Resource Library

ENCYCLOPEDIC ENTRY
ENCYCLOPEDIC ENTRY

Spartacus

Spartacus

Spartacus was a Roman slave and gladiator who led a revolt against Rome, which turned into the Third Servile War (73 B.C.E. to 71 B.C.E.).

Grades

9 - 12

Subjects

Anthropology, Archaeology, Arts and Music

Image

Spartacus

Spartacus was an ancient Roman slave and gladiator who led a rebellion against the Roman Republic. This illustration depicts his death in battle.

Illustration by Hermann Vogel

Spartacus was born in Thrace, an area where the modern-day Balkans states, including Turkey, Bulgaria, and Greece, are located. Though little is known about Spartacus’ early life, historians believe he may once have served in the Roman army.

Spartacus was sold into slavery, perhaps due to rebellion against or desertion from the army. He was sent to the gladiatorial training school in Capua in 73 B.C.E. Soon after, he escaped with about 70 other gladiators and gathered his followers on nearby Mount Vesuvius. Gradually, more escaped slaves joined their ranks. It is estimated that there were 90,000 to 100,000 men in all. Together they used guerrilla tactics to fight off Roman attacks.

After about a year, the group mobilized and started traveling throughout the Roman Empire. They marched as far north as Gaul (modern-day France). Rome initially considered the revolt a nuisance. With each of Spartacus’ victories, however, Roman leaders started to take the group more seriously. In 71 B.C.E., General Marcus Licinius Crassus defeated the rebel army at Lucania, about 56 kilometers (35 miles) southeast of Naples. Spartacus was believed to have died in this battle. Around 6,000 men survived the battle but were later captured and crucified by the Roman army.

Spartacus has long served as an inspiration to those seeking to revolt against oppressive rule. He was considered a brave and able leader who fought against tremendous odds with remarkable success.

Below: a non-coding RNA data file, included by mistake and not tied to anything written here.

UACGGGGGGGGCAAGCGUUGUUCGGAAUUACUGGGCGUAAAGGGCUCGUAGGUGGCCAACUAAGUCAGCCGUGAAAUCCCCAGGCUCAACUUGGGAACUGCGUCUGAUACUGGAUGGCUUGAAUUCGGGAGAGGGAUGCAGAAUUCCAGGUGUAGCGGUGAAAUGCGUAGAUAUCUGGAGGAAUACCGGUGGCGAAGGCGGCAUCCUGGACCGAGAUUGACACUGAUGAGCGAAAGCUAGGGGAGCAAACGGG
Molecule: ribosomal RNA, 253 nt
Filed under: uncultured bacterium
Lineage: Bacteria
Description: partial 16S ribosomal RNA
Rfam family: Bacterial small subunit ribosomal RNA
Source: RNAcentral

Media Credits

The audio, illustrations, photos, and videos are credited beneath the media asset, except for promotional images, which generally link to another page that contains the media credit. The Rights Holder for media is the person or group credited.

Author
National Geographic Society
Producer
Sarah Appleton, National Geographic Society, National Geographic Society
other
Last Updated

October 12, 2022

For information on user permissions, please read our Terms of Service. If you have questions about licensing content on this page, please contact ngimagecollection@natgeo.com for more information and to obtain a license. If you have questions about how to cite anything on our website in your project or classroom presentation, please contact your teacher. She or he will best know the preferred format. When you reach out to him or her, you will need the page title, URL, and the date you accessed the resource.

Media

If a media asset is downloadable, a download button appears in the corner of the media viewer. If no button appears, you cannot download or save the media.

Text

Text on this page is printable and can be used according to our Terms of Service.

Interactives

Any interactives on this page can only be played while you are visiting our website. You cannot download interactives.

Related Resources